Grand Center Arts Academy, a local Charter School focusing on academics and the performing arts, is going where it’s never gone before -- into space!
GCAA, in partnership with Enterprise in Space, plans to send student experiments into space on the EXOS Sarge rocket next month in New Mexico.
The co-founder of EXOS Aerospace, John Quinn will be in St. Louis next month for the International Space Development Conference.
Quinn suggested that a local team of students will be allowed to participate and reach out to Christine Nobbe, an instructional coach at GCAA. Nobbe recruited teachers Andrew Goodin, Luke Stegmann and Alicia Dunn to help the 6th to 8th-grade students with the design, biology and physics aspects of the project.
The experiments are enclosed a small cube that was designed and printed on a 3-D printer in the classroom.
“Within two weeks of hearing about the project idea our students had developed experiments that they wanted to send to space and then they pitched those to the class, the class voted on which experiments they thought would be the most interesting and we have mailed the box off to New Mexico to launch May 20th,” said Andrew Goodin.
The bright orange cube is filled with everyday items like gel pens, colored pencils, a pack of gum and sticky note pads. It also includes small zipper bags with popcorn kernels, jalapeno seeds, sugar maple tree seeds, crayon shaving and vials of body lotion and sunscreen. Each experiment has a purpose, but the main purpose is to find out what, if anything, happens when they are exposed to being in space.
On launch day, the students will be able to watch a live feed of the rocket launch. It will leave the earth’s atmosphere, be in space for about 4 minutes, then return to earth. In total, it take about 20 minutes from launch to recovery.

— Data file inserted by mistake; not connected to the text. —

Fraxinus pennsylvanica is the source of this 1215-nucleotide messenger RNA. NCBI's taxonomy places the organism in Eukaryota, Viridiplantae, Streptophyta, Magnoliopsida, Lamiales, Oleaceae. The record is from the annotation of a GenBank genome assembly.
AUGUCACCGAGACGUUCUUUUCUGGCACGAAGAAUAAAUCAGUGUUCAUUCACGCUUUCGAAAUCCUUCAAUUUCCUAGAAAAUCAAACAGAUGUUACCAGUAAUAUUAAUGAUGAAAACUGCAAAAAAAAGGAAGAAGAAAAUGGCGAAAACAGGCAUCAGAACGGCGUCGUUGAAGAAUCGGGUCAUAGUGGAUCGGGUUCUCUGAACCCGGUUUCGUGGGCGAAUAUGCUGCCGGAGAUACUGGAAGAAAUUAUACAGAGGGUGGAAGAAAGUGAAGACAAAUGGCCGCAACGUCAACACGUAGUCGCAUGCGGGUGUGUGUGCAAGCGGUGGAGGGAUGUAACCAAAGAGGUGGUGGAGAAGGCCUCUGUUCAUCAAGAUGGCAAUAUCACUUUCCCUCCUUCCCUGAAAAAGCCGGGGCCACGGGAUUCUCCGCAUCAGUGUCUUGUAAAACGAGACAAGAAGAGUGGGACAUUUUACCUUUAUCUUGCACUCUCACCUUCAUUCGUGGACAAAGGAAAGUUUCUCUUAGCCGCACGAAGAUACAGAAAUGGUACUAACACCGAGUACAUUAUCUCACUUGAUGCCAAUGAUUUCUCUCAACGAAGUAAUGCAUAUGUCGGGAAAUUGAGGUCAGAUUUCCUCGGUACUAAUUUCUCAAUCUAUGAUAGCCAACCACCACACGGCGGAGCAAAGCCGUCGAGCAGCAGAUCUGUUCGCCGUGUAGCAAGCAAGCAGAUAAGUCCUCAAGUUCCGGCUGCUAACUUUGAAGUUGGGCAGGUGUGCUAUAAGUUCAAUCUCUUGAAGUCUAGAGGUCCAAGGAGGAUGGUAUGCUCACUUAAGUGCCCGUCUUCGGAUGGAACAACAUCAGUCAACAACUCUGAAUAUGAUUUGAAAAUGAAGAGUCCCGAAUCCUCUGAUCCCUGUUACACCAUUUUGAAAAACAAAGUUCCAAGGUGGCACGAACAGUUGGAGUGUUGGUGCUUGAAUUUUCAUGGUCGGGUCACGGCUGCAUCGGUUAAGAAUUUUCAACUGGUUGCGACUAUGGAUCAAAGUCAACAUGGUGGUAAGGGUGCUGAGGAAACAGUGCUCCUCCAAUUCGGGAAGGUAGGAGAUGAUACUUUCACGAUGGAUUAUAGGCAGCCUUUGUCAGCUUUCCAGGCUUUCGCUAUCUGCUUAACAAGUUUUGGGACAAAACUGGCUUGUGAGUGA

Korissa Smith, a 7th-grade student, wants to find out what happens to Sticky Notes.
“I think it’s going to lose its stickiness because of all of the things it goes through, mainly because of its temperature and radiation,” said Smith.
Sixth-grader Clara Bittle wants to know if crayon shavings packed with a piece of paper will make any markings. “I think that when it goes up it might move around and it might draw something or it might melt, I don’t really know,” Bittle says.
And that’s the whole point of experimenting, to create a scientific theory, test it and then examine the results.
“It's an incredible opportunity to have the authenticity of actually sending experiments to space. Students were thrilled by this concept and were vigorously working to come up with the coolest experiments that they wanted to send,” said Goodin.
“In order to run many of the experiments, we’re keeping a control box here in St. Louis with the same experiments that are being launched into space and that way we’ll be able to compare what the effect of space was on the student experiments.”